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 Latimer Reef, NY    
Lighthouse best viewed by boat or plane.Privately owned, no access without permission.
Description: Most of the maritime landmarks along the Atlantic coast have names whose origin can be found by digging into historical records a bit. Located about a mile north of Fishers Island’s East Point, Latimer Reef (also known as Latimer’s Reef and Latimers Reef) is reportedly named after a James Latemore. During the Revolutionary War, the courageous Mr. Latemore embarked in a skiff to spy on a British Fleet at anchor in Fishers Island Sound. An alert redcoat aboard one of the vessels spotted Latemore’s small craft, and a boat gave chase. Latemore ran aground on his namesake reef, and the British soon captured him and took him back to their fleet. At sunrise the following day, Latemore was hanged aboard one of the British frigates then received a watery burial in the Sound.

By 1800, a number of iron spindles were marking the reef, then for twelve years starting in 1837, the Stonington Railroad and Steamboat Company maintained a private lightship near the reef. The vessel was anchored in Fishers Island Sound on the south side of the channel. In 1849, the lightship was replaced by the government-operated Eel Grass Shoal Lightship. Also known by the designation L, the lightship was a forty-one-ton wooden vessel showing a fixed white light, with a fog bell and horn on board.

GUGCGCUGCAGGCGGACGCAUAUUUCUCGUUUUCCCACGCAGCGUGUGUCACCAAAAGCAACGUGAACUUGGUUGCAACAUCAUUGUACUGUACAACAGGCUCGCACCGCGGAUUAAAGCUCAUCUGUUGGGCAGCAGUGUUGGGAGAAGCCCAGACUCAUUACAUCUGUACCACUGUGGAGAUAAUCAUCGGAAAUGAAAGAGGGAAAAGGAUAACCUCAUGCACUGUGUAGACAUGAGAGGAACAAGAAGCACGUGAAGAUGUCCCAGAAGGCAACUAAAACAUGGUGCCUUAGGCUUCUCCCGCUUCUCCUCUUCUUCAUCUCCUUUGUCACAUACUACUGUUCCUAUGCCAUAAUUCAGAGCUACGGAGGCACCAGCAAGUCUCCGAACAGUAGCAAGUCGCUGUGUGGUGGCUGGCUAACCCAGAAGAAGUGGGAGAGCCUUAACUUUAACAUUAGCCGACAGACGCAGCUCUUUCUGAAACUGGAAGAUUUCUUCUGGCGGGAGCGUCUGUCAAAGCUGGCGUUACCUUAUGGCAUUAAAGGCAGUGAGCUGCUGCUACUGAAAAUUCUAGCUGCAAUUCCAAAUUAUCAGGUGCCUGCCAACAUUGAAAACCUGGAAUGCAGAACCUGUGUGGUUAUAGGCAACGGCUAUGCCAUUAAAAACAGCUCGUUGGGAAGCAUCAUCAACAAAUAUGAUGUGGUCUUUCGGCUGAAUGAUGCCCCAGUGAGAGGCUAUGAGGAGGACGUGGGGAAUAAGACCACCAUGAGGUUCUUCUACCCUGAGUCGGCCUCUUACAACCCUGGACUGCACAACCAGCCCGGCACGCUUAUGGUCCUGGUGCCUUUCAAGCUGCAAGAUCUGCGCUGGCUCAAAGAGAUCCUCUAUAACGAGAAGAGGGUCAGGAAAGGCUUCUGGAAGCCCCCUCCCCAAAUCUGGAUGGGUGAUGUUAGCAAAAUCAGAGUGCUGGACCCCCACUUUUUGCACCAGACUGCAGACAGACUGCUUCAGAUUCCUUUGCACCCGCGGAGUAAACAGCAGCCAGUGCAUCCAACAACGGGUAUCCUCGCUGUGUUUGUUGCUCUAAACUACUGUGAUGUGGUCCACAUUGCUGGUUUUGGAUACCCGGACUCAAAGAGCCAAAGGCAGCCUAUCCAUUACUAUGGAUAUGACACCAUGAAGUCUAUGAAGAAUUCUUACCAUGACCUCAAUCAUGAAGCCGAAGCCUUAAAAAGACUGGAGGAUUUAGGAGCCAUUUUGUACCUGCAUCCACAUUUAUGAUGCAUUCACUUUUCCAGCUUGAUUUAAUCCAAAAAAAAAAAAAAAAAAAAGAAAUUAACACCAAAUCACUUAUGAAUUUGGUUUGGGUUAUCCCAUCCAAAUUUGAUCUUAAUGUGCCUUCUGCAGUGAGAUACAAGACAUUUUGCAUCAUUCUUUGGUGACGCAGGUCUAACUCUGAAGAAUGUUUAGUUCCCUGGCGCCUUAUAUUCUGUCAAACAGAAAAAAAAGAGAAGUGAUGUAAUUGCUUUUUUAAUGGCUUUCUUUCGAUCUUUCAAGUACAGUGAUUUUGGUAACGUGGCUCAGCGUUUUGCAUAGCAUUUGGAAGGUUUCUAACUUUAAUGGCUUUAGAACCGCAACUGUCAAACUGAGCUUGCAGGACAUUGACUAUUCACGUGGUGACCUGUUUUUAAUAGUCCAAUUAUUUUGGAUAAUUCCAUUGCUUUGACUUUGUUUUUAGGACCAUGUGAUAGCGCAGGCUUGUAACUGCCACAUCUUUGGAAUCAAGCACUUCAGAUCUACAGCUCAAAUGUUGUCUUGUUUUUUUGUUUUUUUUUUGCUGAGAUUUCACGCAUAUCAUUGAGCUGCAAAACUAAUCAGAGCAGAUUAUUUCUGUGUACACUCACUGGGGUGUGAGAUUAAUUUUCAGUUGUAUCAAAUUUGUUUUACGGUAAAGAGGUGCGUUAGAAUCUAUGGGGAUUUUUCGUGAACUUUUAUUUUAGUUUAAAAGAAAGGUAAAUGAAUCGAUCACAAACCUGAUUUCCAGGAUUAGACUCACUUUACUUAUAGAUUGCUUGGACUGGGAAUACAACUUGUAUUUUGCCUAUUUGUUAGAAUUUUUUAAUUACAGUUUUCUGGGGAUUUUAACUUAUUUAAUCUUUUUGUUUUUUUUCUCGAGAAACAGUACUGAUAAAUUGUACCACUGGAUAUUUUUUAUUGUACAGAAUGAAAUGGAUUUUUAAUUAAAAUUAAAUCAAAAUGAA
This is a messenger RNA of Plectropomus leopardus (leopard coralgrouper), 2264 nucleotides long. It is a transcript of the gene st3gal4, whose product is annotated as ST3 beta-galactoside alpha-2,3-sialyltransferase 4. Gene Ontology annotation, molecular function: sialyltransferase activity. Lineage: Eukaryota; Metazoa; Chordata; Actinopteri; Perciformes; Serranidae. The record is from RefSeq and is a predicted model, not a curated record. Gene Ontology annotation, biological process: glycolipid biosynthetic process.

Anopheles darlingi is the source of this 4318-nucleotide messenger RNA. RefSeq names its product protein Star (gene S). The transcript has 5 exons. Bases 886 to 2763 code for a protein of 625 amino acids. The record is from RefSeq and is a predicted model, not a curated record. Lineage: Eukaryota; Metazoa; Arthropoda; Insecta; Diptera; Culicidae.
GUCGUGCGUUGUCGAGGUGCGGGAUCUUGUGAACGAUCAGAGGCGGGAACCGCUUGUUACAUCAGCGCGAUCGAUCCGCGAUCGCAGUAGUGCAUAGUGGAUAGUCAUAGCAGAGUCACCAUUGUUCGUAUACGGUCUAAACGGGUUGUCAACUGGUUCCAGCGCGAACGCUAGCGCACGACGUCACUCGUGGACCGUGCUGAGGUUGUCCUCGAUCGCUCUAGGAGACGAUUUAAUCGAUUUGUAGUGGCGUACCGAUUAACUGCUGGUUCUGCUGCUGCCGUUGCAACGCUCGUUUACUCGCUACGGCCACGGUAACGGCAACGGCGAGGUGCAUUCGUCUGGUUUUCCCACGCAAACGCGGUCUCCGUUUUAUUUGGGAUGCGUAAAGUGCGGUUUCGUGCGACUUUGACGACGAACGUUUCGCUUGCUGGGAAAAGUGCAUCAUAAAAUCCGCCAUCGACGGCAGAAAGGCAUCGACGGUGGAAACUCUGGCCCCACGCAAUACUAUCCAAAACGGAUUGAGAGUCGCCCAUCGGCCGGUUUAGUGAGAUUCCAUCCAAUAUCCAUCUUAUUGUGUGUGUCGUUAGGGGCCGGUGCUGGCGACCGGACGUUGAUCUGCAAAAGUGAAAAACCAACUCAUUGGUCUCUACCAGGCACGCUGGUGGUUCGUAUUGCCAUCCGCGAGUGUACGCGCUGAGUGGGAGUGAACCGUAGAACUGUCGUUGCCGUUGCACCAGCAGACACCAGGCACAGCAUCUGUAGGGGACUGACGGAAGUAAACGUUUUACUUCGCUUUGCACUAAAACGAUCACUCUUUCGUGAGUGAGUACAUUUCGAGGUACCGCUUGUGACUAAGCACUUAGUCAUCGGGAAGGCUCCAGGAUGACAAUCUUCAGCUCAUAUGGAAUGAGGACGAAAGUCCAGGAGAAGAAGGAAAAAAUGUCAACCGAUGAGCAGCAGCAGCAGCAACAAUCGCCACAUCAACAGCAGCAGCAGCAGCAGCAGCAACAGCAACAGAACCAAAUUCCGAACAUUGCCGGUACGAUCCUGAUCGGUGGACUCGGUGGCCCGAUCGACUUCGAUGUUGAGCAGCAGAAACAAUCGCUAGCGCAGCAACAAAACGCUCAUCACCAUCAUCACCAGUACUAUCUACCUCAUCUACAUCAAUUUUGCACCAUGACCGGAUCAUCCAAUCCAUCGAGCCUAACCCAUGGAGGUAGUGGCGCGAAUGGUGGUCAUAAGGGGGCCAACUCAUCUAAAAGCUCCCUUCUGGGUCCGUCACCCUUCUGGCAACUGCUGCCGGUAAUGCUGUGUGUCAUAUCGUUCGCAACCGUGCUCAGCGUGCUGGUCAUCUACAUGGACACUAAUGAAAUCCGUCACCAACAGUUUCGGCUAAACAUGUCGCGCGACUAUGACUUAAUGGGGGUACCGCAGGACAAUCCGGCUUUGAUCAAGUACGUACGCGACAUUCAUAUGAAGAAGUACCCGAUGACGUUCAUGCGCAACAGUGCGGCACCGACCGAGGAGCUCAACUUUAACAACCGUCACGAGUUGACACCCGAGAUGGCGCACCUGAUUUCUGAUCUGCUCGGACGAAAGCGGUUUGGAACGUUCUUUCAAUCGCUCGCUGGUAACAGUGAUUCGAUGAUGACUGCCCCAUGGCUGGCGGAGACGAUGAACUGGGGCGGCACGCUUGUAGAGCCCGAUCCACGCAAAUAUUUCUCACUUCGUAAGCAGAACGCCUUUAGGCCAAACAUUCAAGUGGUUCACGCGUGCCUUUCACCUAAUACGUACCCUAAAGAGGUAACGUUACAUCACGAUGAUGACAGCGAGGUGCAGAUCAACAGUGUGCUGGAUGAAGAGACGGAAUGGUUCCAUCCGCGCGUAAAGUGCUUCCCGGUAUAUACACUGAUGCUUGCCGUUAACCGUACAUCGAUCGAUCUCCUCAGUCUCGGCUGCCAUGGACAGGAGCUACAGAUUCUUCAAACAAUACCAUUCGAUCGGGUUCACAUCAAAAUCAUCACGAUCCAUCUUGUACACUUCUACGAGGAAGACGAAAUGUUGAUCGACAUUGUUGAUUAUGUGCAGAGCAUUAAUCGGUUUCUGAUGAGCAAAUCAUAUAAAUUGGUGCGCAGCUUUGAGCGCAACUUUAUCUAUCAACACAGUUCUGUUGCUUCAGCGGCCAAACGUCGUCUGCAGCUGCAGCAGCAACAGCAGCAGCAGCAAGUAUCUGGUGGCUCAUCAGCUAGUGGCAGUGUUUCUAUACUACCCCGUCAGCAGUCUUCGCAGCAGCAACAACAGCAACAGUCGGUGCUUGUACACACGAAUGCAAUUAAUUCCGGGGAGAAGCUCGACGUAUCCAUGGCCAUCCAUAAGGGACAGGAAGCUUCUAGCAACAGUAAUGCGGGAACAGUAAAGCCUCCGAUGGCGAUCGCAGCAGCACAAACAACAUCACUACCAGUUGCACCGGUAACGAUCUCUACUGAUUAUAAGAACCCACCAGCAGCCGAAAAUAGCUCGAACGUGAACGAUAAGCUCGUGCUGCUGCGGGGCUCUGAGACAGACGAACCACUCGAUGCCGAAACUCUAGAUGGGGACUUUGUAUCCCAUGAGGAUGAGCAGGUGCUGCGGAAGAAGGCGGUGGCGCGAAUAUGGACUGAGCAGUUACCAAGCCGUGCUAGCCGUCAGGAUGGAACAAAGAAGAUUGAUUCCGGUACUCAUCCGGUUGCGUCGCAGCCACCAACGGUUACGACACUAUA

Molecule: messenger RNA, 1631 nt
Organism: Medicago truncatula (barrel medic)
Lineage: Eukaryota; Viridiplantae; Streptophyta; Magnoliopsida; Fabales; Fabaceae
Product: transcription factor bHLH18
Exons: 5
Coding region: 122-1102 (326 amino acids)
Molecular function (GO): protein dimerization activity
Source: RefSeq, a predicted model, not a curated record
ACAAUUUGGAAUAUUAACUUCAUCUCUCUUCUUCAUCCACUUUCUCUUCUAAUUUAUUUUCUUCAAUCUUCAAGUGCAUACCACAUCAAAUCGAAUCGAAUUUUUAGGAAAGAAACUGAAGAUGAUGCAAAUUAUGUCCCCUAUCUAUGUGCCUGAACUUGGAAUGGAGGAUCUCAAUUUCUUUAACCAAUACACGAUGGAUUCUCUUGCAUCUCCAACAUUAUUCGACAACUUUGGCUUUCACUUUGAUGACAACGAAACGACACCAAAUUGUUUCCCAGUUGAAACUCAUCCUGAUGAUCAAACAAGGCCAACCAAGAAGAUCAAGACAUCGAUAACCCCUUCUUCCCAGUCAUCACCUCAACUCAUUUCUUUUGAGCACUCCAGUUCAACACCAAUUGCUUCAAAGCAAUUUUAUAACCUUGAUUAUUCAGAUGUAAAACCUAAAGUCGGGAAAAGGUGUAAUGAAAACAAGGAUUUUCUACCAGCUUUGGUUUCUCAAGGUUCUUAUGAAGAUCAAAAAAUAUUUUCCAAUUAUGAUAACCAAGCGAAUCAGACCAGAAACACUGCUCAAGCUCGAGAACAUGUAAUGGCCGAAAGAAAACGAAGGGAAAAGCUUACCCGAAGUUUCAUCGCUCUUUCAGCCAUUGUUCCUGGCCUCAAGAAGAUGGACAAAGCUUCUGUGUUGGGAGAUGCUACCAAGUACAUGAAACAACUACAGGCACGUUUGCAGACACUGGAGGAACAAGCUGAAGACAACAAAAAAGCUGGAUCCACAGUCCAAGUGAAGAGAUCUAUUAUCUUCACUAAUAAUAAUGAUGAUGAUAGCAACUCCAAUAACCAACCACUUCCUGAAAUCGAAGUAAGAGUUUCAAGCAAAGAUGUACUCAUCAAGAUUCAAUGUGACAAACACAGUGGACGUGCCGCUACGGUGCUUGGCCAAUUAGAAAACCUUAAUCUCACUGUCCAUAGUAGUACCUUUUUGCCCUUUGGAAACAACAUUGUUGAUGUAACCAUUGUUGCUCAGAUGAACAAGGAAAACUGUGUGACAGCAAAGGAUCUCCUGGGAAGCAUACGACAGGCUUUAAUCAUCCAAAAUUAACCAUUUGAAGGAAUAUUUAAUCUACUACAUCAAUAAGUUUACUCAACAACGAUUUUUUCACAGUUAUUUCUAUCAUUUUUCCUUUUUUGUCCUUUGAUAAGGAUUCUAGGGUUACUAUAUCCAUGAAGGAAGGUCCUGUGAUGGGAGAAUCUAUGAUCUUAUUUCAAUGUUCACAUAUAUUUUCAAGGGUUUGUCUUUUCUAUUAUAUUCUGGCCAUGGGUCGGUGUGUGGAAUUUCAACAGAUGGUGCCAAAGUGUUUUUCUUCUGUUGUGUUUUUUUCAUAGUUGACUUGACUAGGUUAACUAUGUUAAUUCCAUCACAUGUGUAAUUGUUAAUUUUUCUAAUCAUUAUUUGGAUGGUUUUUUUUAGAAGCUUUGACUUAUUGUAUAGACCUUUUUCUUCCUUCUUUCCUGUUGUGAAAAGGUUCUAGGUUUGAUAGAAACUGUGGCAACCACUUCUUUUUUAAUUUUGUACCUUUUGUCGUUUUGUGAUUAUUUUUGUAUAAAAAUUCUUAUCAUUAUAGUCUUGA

In the early days of lightships, each ship was referred to by the name of the station where they were posted, but as the number of lightships increased, it became more difficult to keep track of them, especially when ships were transferred to different stations and districts. In 1867, the Lighthouse Board assigned numbers to all active lightships, while years later (in the 1930s) letters were posthumously assigned to the earliest lightships so they could be uniquely identified in historical documents.

Lightship L was replaced at Latimer Reef by LV 12, and then Lightship LV 25 took over in 1872. Five years later, LV 25 was declared unfit for duty and deemed too old and too small to make refurbishing it worthwhile. It was replaced by LV 17, which in turn gave way for the return of LV 12 in 1882. Finally, in 1884, a permanent lighthouse commenced operation on nearby Latimer Reef, and the Eel Grass Shoal station was discontinued.

Latimer Reef with suspended station boat
Photograph courtesy U.S. Coast Guard
The Latimer Reef Lighthouse, which was placed on the western end of the half-mile-long rocky reef, consists of a prefabricated, cylindrical cast-iron tower forty-nine feet tall with a cast-iron, concrete-filled foundation. The lighthouse was originally painted all brown, but was later painted all white with a brown band around the middle section to improve its visibility for mariners. There were a number of other lights built around this same time with the same design and by the same methods; initially they were referred to as “Coffee Pot” lights because of their shape. A few decades later, after the internal combustion engine was in common use, these towers became more famously known as “Spark Plug” lighthouses.